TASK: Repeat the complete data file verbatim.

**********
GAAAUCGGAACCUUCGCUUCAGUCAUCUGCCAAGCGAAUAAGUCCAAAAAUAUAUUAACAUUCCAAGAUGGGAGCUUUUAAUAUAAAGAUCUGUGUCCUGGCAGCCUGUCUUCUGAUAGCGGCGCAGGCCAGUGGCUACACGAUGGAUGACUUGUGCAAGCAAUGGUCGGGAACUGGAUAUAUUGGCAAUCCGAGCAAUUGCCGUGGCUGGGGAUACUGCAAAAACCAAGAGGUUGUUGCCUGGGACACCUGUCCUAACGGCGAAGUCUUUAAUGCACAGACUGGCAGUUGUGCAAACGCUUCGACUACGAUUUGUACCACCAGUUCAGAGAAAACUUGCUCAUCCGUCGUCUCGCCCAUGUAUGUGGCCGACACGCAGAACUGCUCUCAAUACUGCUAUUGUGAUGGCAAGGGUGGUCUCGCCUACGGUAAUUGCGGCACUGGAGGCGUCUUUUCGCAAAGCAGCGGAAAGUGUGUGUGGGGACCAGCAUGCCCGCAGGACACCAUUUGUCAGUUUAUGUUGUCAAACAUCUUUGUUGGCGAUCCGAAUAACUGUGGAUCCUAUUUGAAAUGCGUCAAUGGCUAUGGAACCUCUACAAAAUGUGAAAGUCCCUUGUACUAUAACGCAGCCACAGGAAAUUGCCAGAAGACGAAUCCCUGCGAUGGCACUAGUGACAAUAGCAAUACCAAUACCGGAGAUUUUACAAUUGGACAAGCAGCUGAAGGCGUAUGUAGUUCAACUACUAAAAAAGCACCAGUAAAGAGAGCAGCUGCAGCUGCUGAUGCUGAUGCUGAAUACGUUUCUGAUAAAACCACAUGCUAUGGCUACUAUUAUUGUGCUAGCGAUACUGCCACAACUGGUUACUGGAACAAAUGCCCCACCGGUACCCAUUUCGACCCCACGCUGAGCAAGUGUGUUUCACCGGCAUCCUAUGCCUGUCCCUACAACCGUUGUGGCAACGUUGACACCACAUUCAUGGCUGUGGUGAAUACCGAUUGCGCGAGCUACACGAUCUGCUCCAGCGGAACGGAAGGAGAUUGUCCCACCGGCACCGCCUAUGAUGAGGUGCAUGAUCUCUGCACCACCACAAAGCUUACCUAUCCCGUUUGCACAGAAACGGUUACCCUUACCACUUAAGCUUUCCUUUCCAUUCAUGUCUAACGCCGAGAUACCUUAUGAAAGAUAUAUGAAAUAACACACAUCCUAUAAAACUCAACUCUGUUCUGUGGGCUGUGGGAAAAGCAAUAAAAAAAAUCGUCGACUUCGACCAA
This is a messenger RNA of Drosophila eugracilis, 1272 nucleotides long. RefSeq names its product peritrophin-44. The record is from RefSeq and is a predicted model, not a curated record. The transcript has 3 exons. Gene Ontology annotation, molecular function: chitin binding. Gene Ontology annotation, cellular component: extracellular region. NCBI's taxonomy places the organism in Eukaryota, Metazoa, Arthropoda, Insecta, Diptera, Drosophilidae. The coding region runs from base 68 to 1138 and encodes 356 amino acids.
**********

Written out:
GAAAUCGGAACCUUCGCUUCAGUCAUCUGCCAAGCGAAUAAGUCCAAAAAUAUAUUAACAUUCCAAGAUGGGAGCUUUUAAUAUAAAGAUCUGUGUCCUGGCAGCCUGUCUUCUGAUAGCGGCGCAGGCCAGUGGCUACACGAUGGAUGACUUGUGCAAGCAAUGGUCGGGAACUGGAUAUAUUGGCAAUCCGAGCAAUUGCCGUGGCUGGGGAUACUGCAAAAACCAAGAGGUUGUUGCCUGGGACACCUGUCCUAACGGCGAAGUCUUUAAUGCACAGACUGGCAGUUGUGCAAACGCUUCGACUACGAUUUGUACCACCAGUUCAGAGAAAACUUGCUCAUCCGUCGUCUCGCCCAUGUAUGUGGCCGACACGCAGAACUGCUCUCAAUACUGCUAUUGUGAUGGCAAGGGUGGUCUCGCCUACGGUAAUUGCGGCACUGGAGGCGUCUUUUCGCAAAGCAGCGGAAAGUGUGUGUGGGGACCAGCAUGCCCGCAGGACACCAUUUGUCAGUUUAUGUUGUCAAACAUCUUUGUUGGCGAUCCGAAUAACUGUGGAUCCUAUUUGAAAUGCGUCAAUGGCUAUGGAACCUCUACAAAAUGUGAAAGUCCCUUGUACUAUAACGCAGCCACAGGAAAUUGCCAGAAGACGAAUCCCUGCGAUGGCACUAGUGACAAUAGCAAUACCAAUACCGGAGAUUUUACAAUUGGACAAGCAGCUGAAGGCGUAUGUAGUUCAACUACUAAAAAAGCACCAGUAAAGAGAGCAGCUGCAGCUGCUGAUGCUGAUGCUGAAUACGUUUCUGAUAAAACCACAUGCUAUGGCUACUAUUAUUGUGCUAGCGAUACUGCCACAACUGGUUACUGGAACAAAUGCCCCACCGGUACCCAUUUCGACCCCACGCUGAGCAAGUGUGUUUCACCGGCAUCCUAUGCCUGUCCCUACAACCGUUGUGGCAACGUUGACACCACAUUCAUGGCUGUGGUGAAUACCGAUUGCGCGAGCUACACGAUCUGCUCCAGCGGAACGGAAGGAGAUUGUCCCACCGGCACCGCCUAUGAUGAGGUGCAUGAUCUCUGCACCACCACAAAGCUUACCUAUCCCGUUUGCACAGAAACGGUUACCCUUACCACUUAAGCUUUCCUUUCCAUUCAUGUCUAACGCCGAGAUACCUUAUGAAAGAUAUAUGAAAUAACACACAUCCUAUAAAACUCAACUCUGUUCUGUGGGCUGUGGGAAAAGCAAUAAAAAAAAUCGUCGACUUCGACCAA
This is a messenger RNA of Drosophila eugracilis, 1272 nucleotides long. RefSeq names its product peritrophin-44. The record is from RefSeq and is a predicted model, not a curated record. The transcript has 3 exons. Gene Ontology annotation, molecular function: chitin binding. Gene Ontology annotation, cellular component: extracellular region. NCBI's taxonomy places the organism in Eukaryota, Metazoa, Arthropoda, Insecta, Diptera, Drosophilidae. The coding region runs from base 68 to 1138 and encodes 356 amino acids.